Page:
Mr Robertson observed that quintile 1 and 2 schools were free.  Some quintile 3 and 4 schools were also free.  However, he had seen some Eastern Cape schools that were classified in quintiles 3, 4 and 5 that by rights should be in quintile 1.

Mr Mkhaliphi said there were some substantive questions tabled.  He expected written replies by Friday.

Mr Schneemann said that on page 44 of the MTB statement there was a call on departments to make efficient use of resources.  He asked if the DoE could respond to this with their action plan including transfers.

Hearing with Department of Sport and Recreation (SRSA)
Mr Mkhaliphi told the delegation from SRSA that the Committee wished to hear how the Department proposed to implement its budget, what its successes were in the FY to date and progress on stadiums.  They wanted a focus on the Medium Term appropriations.  He asked the delegation if they were ready to do that.  If information was not to hand, it could be presented fully in writing later.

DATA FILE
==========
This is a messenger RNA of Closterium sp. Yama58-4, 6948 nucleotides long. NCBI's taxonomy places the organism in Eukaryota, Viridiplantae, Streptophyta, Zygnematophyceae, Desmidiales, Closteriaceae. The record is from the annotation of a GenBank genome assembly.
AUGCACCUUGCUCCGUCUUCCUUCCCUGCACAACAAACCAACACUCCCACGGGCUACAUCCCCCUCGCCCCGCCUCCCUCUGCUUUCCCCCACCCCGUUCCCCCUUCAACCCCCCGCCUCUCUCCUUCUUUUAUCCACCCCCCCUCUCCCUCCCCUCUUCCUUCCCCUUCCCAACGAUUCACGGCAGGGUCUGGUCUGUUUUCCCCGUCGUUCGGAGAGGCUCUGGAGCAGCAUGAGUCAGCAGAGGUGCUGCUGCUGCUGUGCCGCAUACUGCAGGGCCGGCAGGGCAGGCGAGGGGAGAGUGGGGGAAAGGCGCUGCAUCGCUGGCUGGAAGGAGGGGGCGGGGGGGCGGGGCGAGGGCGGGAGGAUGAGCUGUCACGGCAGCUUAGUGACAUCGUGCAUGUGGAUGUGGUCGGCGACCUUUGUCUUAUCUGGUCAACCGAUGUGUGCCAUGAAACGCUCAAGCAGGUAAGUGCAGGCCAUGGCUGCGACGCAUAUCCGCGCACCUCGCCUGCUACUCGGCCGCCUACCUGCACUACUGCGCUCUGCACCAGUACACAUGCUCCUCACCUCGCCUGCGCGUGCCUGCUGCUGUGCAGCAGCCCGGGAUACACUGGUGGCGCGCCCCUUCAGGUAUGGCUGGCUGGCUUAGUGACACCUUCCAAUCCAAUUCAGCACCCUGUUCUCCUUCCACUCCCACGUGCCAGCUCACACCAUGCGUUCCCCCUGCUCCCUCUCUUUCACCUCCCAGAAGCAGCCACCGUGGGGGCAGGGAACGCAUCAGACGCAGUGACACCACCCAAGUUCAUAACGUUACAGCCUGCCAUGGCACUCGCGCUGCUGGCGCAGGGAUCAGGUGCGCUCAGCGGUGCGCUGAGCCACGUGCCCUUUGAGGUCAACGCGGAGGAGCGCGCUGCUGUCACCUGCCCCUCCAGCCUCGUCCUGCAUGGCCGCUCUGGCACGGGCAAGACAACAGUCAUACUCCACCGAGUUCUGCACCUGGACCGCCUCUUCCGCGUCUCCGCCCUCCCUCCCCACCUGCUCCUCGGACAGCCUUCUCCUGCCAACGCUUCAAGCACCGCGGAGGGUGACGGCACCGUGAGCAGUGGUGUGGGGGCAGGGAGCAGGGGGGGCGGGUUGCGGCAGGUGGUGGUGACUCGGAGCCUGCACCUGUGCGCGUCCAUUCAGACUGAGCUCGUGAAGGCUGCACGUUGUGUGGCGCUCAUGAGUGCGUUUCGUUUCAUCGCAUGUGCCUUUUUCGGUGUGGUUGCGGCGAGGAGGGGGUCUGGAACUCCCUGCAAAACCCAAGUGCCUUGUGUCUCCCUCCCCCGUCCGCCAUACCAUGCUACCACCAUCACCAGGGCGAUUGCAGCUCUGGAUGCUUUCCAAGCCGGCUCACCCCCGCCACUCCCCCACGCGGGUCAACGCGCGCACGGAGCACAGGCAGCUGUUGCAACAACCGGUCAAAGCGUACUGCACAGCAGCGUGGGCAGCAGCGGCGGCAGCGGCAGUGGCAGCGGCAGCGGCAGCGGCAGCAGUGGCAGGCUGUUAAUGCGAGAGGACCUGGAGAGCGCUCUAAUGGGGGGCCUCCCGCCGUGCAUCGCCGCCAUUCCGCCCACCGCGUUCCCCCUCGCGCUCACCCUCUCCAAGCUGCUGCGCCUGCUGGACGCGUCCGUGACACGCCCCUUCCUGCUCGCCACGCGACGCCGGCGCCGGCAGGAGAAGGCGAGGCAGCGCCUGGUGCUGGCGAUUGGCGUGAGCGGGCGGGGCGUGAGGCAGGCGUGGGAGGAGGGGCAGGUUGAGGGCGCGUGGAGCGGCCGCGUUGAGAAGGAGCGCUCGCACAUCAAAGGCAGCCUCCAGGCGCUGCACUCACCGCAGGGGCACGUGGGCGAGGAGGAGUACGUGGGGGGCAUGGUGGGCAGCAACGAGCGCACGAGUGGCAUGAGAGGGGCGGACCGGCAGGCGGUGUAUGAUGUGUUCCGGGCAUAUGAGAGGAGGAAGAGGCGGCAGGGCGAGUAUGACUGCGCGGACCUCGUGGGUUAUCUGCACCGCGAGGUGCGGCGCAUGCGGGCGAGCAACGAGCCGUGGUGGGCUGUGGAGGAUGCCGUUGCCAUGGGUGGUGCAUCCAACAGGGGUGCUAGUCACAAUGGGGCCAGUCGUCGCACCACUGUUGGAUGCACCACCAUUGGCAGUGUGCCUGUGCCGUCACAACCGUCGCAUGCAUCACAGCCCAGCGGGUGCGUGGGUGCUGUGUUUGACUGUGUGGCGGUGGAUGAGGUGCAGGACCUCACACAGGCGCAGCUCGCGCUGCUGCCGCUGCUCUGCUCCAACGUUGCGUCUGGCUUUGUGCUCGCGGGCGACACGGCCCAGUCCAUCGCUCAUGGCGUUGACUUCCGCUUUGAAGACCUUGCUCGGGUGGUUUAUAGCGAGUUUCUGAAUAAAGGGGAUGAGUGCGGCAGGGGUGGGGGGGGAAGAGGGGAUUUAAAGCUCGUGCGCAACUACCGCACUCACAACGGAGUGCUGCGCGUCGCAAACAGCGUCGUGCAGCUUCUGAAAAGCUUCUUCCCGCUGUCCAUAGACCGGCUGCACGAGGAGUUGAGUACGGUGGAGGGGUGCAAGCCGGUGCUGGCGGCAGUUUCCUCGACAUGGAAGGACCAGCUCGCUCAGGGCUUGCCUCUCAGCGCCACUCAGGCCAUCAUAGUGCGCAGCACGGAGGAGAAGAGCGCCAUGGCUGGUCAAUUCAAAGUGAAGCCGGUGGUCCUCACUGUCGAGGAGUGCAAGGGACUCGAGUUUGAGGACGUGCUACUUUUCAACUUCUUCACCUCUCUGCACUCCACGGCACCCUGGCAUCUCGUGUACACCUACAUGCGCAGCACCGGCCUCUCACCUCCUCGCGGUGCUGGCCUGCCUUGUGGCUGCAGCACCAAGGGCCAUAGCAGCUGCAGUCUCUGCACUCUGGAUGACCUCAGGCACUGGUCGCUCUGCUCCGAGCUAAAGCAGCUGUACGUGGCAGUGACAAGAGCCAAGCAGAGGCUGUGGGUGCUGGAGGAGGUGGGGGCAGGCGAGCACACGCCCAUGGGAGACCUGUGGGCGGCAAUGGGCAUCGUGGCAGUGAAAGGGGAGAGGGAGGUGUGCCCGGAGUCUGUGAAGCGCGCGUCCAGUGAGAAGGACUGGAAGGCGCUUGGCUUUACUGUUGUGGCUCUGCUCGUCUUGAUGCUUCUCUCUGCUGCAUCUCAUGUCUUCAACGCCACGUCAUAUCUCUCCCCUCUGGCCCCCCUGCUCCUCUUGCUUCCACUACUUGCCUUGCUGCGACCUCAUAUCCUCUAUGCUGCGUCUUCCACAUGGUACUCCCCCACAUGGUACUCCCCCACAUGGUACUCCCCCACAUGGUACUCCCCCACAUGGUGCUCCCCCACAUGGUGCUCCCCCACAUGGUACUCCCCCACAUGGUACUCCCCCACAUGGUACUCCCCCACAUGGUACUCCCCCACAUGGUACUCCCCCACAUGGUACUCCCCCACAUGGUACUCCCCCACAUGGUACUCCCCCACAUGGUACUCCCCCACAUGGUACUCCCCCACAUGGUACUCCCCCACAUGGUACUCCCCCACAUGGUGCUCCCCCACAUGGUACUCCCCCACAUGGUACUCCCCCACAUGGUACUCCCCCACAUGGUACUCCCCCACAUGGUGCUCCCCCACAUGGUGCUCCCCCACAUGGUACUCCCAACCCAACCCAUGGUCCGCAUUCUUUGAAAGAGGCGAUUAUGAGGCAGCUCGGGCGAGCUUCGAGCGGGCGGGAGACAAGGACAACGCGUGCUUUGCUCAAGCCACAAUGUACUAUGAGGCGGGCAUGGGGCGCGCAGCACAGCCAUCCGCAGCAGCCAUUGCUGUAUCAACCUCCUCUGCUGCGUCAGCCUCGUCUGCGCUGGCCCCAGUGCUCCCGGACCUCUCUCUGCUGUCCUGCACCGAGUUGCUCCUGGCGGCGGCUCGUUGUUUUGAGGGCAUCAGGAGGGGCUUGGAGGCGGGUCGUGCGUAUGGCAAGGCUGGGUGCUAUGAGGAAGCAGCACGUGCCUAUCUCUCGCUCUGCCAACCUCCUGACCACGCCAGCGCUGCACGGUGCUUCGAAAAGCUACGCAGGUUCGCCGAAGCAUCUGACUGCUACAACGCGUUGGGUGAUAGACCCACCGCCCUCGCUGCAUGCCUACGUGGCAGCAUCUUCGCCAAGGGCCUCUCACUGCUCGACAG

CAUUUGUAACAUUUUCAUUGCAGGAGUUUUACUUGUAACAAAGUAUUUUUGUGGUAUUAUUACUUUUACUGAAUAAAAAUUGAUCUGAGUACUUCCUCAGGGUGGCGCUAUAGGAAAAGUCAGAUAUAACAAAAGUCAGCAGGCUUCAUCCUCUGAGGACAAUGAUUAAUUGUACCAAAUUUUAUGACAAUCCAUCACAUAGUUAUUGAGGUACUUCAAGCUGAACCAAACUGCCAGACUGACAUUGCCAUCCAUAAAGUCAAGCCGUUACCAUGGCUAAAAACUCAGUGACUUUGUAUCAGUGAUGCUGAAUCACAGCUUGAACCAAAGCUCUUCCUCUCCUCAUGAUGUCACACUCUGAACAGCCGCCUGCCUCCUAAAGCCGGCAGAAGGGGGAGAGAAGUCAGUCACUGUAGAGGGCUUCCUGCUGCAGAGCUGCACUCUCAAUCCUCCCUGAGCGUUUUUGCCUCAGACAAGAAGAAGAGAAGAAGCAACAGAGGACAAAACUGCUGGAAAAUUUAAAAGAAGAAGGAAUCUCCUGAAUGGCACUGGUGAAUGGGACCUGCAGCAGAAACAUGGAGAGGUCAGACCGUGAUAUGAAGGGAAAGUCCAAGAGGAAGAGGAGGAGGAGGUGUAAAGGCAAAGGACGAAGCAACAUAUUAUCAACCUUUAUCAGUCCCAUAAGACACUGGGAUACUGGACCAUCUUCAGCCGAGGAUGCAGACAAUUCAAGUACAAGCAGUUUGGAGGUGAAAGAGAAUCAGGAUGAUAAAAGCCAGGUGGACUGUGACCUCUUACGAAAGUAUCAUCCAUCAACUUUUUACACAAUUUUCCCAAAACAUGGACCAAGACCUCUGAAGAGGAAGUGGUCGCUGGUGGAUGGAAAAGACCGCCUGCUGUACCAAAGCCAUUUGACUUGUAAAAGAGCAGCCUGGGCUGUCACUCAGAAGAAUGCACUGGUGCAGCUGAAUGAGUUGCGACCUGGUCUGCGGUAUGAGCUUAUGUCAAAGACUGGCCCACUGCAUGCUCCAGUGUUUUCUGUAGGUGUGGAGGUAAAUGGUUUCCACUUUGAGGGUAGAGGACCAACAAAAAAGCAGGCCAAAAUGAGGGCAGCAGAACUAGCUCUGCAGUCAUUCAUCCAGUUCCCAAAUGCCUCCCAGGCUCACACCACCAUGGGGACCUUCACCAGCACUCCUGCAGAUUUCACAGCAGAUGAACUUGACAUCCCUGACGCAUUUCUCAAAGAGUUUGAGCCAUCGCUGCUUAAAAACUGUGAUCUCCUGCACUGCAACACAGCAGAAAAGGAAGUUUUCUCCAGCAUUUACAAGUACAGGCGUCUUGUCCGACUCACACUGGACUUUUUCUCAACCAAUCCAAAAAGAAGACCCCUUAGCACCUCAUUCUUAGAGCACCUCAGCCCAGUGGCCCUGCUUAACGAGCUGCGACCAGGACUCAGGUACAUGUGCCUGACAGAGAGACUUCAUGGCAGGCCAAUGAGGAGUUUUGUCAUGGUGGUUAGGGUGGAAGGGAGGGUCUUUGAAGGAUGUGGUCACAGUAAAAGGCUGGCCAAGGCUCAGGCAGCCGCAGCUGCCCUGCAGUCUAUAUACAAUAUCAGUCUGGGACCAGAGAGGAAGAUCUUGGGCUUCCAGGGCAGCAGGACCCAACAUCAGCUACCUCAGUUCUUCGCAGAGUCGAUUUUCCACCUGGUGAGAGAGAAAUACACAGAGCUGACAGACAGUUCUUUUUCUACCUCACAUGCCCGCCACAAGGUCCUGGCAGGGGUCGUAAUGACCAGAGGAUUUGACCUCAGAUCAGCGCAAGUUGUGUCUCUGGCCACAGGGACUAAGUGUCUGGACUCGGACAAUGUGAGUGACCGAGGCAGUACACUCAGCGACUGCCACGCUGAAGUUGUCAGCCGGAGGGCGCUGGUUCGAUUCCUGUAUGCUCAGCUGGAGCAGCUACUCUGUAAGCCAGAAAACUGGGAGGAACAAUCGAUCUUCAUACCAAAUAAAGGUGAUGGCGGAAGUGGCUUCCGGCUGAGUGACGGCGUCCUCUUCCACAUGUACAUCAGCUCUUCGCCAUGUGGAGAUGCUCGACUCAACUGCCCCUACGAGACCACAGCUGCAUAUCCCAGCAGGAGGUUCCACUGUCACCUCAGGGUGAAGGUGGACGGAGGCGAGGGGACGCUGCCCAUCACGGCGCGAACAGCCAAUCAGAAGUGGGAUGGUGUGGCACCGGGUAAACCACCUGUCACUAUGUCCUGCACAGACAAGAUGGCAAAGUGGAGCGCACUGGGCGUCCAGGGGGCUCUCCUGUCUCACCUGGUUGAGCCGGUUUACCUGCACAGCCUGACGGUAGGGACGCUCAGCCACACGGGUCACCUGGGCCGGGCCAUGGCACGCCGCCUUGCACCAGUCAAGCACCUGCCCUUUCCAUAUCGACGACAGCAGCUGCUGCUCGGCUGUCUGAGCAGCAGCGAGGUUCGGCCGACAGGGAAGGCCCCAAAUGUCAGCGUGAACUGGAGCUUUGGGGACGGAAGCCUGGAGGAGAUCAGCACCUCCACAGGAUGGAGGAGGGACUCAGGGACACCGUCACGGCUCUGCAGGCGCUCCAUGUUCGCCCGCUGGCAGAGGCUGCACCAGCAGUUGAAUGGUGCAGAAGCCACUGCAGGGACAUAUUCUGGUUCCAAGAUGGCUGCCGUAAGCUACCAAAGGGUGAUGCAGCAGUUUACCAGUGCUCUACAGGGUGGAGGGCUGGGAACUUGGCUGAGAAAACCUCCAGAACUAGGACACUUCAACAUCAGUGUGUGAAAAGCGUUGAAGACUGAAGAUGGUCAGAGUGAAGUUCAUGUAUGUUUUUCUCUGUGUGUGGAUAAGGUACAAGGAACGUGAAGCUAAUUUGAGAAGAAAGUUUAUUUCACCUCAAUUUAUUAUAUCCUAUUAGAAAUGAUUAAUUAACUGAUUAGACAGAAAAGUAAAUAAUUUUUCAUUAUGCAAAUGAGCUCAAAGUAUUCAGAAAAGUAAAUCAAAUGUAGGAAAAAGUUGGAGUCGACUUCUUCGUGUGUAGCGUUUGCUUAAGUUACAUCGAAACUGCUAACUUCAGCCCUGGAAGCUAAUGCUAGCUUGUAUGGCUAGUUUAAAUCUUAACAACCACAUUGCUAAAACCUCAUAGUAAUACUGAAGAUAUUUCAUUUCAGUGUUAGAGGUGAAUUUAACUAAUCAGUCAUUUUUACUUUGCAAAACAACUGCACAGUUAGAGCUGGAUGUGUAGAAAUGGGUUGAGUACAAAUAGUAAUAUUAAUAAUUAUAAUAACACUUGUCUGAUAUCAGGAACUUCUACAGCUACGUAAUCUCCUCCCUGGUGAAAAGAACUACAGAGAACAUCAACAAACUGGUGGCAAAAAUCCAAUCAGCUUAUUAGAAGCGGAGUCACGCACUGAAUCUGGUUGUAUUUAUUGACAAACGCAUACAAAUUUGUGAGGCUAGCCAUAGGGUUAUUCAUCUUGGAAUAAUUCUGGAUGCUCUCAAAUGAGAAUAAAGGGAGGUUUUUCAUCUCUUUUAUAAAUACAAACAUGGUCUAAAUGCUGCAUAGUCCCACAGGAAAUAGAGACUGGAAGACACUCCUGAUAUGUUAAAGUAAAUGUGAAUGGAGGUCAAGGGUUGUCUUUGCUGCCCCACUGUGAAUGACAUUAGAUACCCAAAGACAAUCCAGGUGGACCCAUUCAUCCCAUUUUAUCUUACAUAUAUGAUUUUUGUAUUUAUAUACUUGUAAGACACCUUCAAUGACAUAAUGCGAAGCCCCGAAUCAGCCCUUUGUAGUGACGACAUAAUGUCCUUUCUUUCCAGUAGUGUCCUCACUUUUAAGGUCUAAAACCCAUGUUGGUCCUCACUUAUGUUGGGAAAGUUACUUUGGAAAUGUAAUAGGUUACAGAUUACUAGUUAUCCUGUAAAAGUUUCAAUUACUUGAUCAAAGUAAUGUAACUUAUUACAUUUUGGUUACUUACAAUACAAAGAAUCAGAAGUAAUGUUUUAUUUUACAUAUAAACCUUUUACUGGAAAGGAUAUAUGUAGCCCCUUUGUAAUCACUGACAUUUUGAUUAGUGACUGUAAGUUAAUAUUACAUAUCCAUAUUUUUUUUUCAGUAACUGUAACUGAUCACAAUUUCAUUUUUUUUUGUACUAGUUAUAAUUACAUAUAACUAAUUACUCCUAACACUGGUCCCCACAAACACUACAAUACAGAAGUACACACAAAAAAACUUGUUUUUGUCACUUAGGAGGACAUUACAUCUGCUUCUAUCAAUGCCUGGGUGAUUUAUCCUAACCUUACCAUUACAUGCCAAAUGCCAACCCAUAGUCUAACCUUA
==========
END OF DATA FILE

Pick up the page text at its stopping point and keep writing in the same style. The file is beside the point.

Ms Xoliswa Sibeko, Director General, SRSA, said that the Department had received a letter with specific issues and questions.  She apologised that not all the Chief Directors were present. 

Mr Makhoto Matlala, Chief Financial Officer, SRSA, said that a new sub-directorate had been created on 1 April 2007 to take charge of monitoring and evaluation systems.  There had been a comprehensive evaluation of the Mass Participation Programme (MPP).  Quarterly reports had been submitted by all sub-directorates.  A Technical Inter-Governmental Committee (TIC) meeting had been held quarterly.  The unit was working to address shortcomings within the Department.